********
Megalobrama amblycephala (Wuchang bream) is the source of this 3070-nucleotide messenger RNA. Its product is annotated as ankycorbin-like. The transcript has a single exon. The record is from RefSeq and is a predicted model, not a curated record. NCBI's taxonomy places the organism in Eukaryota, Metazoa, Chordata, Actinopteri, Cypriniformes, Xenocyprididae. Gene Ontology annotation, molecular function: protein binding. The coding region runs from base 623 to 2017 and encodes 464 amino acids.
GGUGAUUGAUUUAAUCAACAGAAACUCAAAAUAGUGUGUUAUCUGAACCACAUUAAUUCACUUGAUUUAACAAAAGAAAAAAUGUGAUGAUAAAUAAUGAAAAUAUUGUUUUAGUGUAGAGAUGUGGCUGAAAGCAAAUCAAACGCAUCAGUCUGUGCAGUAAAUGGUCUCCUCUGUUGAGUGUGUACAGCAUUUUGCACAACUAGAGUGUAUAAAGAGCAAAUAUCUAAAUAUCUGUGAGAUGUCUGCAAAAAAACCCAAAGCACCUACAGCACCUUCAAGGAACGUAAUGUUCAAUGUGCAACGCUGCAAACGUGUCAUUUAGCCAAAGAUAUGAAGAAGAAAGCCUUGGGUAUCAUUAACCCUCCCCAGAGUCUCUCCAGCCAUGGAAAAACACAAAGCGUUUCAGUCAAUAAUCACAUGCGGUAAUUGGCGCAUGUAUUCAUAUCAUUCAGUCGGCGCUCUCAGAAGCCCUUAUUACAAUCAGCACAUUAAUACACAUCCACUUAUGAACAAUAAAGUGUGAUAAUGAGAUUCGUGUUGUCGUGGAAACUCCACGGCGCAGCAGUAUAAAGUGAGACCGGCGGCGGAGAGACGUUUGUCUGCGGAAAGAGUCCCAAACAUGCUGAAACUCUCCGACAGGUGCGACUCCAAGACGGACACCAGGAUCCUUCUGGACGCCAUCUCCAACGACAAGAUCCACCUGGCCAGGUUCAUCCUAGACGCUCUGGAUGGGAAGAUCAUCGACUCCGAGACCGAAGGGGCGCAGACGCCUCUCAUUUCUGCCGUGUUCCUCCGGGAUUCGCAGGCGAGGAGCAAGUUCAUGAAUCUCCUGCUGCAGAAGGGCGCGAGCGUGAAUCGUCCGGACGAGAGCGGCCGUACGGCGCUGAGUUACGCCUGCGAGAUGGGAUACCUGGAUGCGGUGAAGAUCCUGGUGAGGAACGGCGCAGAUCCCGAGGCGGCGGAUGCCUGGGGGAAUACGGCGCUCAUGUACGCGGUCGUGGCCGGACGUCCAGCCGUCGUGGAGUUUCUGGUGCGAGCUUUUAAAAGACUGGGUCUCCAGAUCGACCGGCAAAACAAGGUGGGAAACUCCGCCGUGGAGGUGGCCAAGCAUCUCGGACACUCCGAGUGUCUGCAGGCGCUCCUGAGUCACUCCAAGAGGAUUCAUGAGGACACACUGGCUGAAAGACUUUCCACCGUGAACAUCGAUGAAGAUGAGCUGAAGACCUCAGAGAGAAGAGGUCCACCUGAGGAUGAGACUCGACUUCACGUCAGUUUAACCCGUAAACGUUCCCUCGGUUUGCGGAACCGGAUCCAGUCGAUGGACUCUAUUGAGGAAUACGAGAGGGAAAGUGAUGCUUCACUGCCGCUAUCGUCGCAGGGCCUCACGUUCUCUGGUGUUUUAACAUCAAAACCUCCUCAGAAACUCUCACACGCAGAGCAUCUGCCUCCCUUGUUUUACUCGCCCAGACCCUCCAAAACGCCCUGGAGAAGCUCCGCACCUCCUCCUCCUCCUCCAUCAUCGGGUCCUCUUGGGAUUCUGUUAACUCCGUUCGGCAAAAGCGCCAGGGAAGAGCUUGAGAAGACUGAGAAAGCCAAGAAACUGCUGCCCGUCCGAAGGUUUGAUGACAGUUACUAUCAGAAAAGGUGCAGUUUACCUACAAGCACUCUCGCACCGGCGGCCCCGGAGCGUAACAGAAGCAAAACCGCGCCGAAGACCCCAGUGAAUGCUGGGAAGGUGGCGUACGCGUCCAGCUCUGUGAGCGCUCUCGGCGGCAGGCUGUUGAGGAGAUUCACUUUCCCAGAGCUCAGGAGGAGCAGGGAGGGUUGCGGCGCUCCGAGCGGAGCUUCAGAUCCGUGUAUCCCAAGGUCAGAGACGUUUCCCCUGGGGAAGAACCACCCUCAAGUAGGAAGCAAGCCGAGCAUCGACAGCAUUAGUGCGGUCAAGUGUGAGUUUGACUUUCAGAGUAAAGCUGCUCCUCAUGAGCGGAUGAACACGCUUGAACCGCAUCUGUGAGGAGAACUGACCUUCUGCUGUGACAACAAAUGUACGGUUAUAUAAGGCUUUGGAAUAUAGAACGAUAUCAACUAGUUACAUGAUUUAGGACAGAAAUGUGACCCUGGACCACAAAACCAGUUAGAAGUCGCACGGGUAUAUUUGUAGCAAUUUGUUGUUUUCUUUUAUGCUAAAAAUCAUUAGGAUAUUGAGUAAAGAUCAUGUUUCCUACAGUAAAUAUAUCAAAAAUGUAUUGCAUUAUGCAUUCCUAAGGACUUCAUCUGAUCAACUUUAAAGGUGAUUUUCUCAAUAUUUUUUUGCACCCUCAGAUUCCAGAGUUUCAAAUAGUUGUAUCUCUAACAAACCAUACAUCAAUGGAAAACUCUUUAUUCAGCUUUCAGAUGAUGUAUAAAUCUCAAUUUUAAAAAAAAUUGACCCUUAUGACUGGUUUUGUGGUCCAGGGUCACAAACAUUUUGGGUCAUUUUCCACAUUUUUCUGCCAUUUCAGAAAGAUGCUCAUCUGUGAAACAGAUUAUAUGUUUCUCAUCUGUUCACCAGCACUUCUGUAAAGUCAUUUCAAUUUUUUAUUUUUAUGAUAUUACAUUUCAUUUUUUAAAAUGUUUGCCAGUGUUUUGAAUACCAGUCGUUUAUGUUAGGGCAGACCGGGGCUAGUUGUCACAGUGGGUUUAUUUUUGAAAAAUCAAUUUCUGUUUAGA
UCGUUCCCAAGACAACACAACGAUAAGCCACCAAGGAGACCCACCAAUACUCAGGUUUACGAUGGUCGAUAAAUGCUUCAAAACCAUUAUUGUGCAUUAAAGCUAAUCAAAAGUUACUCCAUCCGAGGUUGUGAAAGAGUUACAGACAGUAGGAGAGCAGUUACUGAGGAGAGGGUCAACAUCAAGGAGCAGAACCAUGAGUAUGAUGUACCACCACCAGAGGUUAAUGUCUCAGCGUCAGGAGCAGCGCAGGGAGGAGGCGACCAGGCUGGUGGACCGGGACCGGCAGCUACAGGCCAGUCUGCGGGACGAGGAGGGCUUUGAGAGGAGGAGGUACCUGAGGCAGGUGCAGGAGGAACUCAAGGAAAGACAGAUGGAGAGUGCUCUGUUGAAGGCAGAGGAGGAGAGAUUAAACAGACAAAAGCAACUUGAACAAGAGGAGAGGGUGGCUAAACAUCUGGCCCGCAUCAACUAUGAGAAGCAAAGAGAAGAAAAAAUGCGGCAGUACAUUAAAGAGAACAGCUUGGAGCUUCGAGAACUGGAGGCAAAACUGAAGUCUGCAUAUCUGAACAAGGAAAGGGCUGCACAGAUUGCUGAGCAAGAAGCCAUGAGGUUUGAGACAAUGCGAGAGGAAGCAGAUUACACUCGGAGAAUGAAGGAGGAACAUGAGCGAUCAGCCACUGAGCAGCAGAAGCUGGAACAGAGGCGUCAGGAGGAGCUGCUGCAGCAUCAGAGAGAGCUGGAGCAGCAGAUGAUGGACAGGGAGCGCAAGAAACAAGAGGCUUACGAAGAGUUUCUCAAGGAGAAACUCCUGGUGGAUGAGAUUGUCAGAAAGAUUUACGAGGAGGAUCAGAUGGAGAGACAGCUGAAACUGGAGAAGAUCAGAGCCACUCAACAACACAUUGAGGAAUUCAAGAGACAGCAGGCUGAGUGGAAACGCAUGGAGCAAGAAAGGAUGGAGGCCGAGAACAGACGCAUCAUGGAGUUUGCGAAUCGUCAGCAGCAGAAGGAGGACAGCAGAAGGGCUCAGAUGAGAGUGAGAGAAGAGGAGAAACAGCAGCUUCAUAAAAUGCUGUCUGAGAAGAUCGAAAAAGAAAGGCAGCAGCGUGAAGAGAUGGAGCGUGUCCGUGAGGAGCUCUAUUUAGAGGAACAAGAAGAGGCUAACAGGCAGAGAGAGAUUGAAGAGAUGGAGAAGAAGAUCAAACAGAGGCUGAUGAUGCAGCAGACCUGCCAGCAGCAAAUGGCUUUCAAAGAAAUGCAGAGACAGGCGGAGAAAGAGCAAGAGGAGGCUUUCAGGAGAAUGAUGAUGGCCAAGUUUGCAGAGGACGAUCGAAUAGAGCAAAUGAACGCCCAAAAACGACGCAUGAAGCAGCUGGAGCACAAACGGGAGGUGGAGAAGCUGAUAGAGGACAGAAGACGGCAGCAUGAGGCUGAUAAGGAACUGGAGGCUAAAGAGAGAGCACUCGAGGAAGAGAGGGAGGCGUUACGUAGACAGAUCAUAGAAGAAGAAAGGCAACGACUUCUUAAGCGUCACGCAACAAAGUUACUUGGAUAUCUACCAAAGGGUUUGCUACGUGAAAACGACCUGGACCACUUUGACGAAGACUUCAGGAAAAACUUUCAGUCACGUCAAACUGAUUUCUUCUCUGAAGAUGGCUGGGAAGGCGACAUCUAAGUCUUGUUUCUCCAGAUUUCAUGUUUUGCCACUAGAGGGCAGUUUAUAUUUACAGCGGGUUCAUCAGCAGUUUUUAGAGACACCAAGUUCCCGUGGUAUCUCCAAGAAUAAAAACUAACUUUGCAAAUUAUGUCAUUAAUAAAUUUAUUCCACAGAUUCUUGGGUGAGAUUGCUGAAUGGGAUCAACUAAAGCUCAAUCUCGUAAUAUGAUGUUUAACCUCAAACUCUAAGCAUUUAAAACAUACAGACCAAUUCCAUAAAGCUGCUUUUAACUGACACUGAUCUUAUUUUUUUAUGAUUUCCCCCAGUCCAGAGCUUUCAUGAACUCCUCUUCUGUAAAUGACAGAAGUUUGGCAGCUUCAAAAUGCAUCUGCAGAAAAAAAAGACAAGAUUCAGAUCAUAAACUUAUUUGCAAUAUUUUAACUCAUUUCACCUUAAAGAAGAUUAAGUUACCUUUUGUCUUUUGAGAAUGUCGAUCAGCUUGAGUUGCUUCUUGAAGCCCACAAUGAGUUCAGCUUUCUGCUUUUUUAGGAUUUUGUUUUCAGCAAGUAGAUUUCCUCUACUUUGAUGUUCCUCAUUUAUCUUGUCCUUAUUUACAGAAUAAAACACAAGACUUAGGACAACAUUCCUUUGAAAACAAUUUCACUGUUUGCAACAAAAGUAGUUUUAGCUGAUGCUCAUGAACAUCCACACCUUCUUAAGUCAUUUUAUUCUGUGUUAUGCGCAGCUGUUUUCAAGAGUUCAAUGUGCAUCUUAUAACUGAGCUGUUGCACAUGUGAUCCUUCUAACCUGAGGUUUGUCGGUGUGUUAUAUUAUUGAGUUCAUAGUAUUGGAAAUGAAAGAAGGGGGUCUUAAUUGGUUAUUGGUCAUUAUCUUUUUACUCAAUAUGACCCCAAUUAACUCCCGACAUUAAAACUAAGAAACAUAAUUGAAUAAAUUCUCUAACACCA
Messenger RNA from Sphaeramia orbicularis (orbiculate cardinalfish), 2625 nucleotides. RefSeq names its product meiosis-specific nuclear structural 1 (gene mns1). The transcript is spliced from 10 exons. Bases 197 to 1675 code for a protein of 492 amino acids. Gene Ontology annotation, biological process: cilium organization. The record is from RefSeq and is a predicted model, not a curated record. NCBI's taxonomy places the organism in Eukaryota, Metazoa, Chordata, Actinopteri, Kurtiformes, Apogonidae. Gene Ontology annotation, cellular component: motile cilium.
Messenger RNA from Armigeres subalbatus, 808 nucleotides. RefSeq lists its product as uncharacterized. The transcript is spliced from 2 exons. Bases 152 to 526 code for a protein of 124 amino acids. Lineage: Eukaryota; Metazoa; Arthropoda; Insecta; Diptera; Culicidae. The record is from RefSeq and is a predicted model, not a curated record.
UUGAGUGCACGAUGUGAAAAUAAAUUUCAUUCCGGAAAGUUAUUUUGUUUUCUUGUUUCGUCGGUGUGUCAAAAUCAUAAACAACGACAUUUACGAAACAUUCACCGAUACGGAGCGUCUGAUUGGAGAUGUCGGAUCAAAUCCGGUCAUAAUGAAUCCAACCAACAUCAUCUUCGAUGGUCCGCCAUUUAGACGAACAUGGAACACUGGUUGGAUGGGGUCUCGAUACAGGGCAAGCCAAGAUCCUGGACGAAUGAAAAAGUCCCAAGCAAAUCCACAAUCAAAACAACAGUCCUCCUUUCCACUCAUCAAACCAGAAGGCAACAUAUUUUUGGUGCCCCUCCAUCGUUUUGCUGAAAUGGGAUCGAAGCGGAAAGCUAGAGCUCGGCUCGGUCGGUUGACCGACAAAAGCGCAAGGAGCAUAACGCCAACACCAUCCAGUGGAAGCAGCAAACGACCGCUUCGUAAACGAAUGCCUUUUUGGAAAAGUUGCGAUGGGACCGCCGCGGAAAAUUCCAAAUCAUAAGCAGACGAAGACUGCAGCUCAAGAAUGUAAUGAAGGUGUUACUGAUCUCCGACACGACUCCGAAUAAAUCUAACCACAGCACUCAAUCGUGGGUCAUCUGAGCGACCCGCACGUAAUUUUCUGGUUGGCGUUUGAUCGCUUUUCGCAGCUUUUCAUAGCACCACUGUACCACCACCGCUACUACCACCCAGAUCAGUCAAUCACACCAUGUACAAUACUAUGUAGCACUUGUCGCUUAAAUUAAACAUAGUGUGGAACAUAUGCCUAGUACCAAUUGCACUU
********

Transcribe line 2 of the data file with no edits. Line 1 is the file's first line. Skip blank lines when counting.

GGUGAUUGAUUUAAUCAACAGAAACUCAAAAUAGUGUGUUAUCUGAACCACAUUAAUUCACUUGAUUUAACAAAAGAAAAAAUGUGAUGAUAAAUAAUGAAAAUAUUGUUUUAGUGUAGAGAUGUGGCUGAAAGCAAAUCAAACGCAUCAGUCUGUGCAGUAAAUGGUCUCCUCUGUUGAGUGUGUACAGCAUUUUGCACAACUAGAGUGUAUAAAGAGCAAAUAUCUAAAUAUCUGUGAGAUGUCUGCAAAAAAACCCAAAGCACCUACAGCACCUUCAAGGAACGUAAUGUUCAAUGUGCAACGCUGCAAACGUGUCAUUUAGCCAAAGAUAUGAAGAAGAAAGCCUUGGGUAUCAUUAACCCUCCCCAGAGUCUCUCCAGCCAUGGAAAAACACAAAGCGUUUCAGUCAAUAAUCACAUGCGGUAAUUGGCGCAUGUAUUCAUAUCAUUCAGUCGGCGCUCUCAGAAGCCCUUAUUACAAUCAGCACAUUAAUACACAUCCACUUAUGAACAAUAAAGUGUGAUAAUGAGAUUCGUGUUGUCGUGGAAACUCCACGGCGCAGCAGUAUAAAGUGAGACCGGCGGCGGAGAGACGUUUGUCUGCGGAAAGAGUCCCAAACAUGCUGAAACUCUCCGACAGGUGCGACUCCAAGACGGACACCAGGAUCCUUCUGGACGCCAUCUCCAACGACAAGAUCCACCUGGCCAGGUUCAUCCUAGACGCUCUGGAUGGGAAGAUCAUCGACUCCGAGACCGAAGGGGCGCAGACGCCUCUCAUUUCUGCCGUGUUCCUCCGGGAUUCGCAGGCGAGGAGCAAGUUCAUGAAUCUCCUGCUGCAGAAGGGCGCGAGCGUGAAUCGUCCGGACGAGAGCGGCCGUACGGCGCUGAGUUACGCCUGCGAGAUGGGAUACCUGGAUGCGGUGAAGAUCCUGGUGAGGAACGGCGCAGAUCCCGAGGCGGCGGAUGCCUGGGGGAAUACGGCGCUCAUGUACGCGGUCGUGGCCGGACGUCCAGCCGUCGUGGAGUUUCUGGUGCGAGCUUUUAAAAGACUGGGUCUCCAGAUCGACCGGCAAAACAAGGUGGGAAACUCCGCCGUGGAGGUGGCCAAGCAUCUCGGACACUCCGAGUGUCUGCAGGCGCUCCUGAGUCACUCCAAGAGGAUUCAUGAGGACACACUGGCUGAAAGACUUUCCACCGUGAACAUCGAUGAAGAUGAGCUGAAGACCUCAGAGAGAAGAGGUCCACCUGAGGAUGAGACUCGACUUCACGUCAGUUUAACCCGUAAACGUUCCCUCGGUUUGCGGAACCGGAUCCAGUCGAUGGACUCUAUUGAGGAAUACGAGAGGGAAAGUGAUGCUUCACUGCCGCUAUCGUCGCAGGGCCUCACGUUCUCUGGUGUUUUAACAUCAAAACCUCCUCAGAAACUCUCACACGCAGAGCAUCUGCCUCCCUUGUUUUACUCGCCCAGACCCUCCAAAACGCCCUGGAGAAGCUCCGCACCUCCUCCUCCUCCUCCAUCAUCGGGUCCUCUUGGGAUUCUGUUAACUCCGUUCGGCAAAAGCGCCAGGGAAGAGCUUGAGAAGACUGAGAAAGCCAAGAAACUGCUGCCCGUCCGAAGGUUUGAUGACAGUUACUAUCAGAAAAGGUGCAGUUUACCUACAAGCACUCUCGCACCGGCGGCCCCGGAGCGUAACAGAAGCAAAACCGCGCCGAAGACCCCAGUGAAUGCUGGGAAGGUGGCGUACGCGUCCAGCUCUGUGAGCGCUCUCGGCGGCAGGCUGUUGAGGAGAUUCACUUUCCCAGAGCUCAGGAGGAGCAGGGAGGGUUGCGGCGCUCCGAGCGGAGCUUCAGAUCCGUGUAUCCCAAGGUCAGAGACGUUUCCCCUGGGGAAGAACCACCCUCAAGUAGGAAGCAAGCCGAGCAUCGACAGCAUUAGUGCGGUCAAGUGUGAGUUUGACUUUCAGAGUAAAGCUGCUCCUCAUGAGCGGAUGAACACGCUUGAACCGCAUCUGUGAGGAGAACUGACCUUCUGCUGUGACAACAAAUGUACGGUUAUAUAAGGCUUUGGAAUAUAGAACGAUAUCAACUAGUUACAUGAUUUAGGACAGAAAUGUGACCCUGGACCACAAAACCAGUUAGAAGUCGCACGGGUAUAUUUGUAGCAAUUUGUUGUUUUCUUUUAUGCUAAAAAUCAUUAGGAUAUUGAGUAAAGAUCAUGUUUCCUACAGUAAAUAUAUCAAAAAUGUAUUGCAUUAUGCAUUCCUAAGGACUUCAUCUGAUCAACUUUAAAGGUGAUUUUCUCAAUAUUUUUUUGCACCCUCAGAUUCCAGAGUUUCAAAUAGUUGUAUCUCUAACAAACCAUACAUCAAUGGAAAACUCUUUAUUCAGCUUUCAGAUGAUGUAUAAAUCUCAAUUUUAAAAAAAAUUGACCCUUAUGACUGGUUUUGUGGUCCAGGGUCACAAACAUUUUGGGUCAUUUUCCACAUUUUUCUGCCAUUUCAGAAAGAUGCUCAUCUGUGAAACAGAUUAUAUGUUUCUCAUCUGUUCACCAGCACUUCUGUAAAGUCAUUUCAAUUUUUUAUUUUUAUGAUAUUACAUUUCAUUUUUUAAAAUGUUUGCCAGUGUUUUGAAUACCAGUCGUUUAUGUUAGGGCAGACCGGGGCUAGUUGUCACAGUGGGUUUAUUUUUGAAAAAUCAAUUUCUGUUUAGA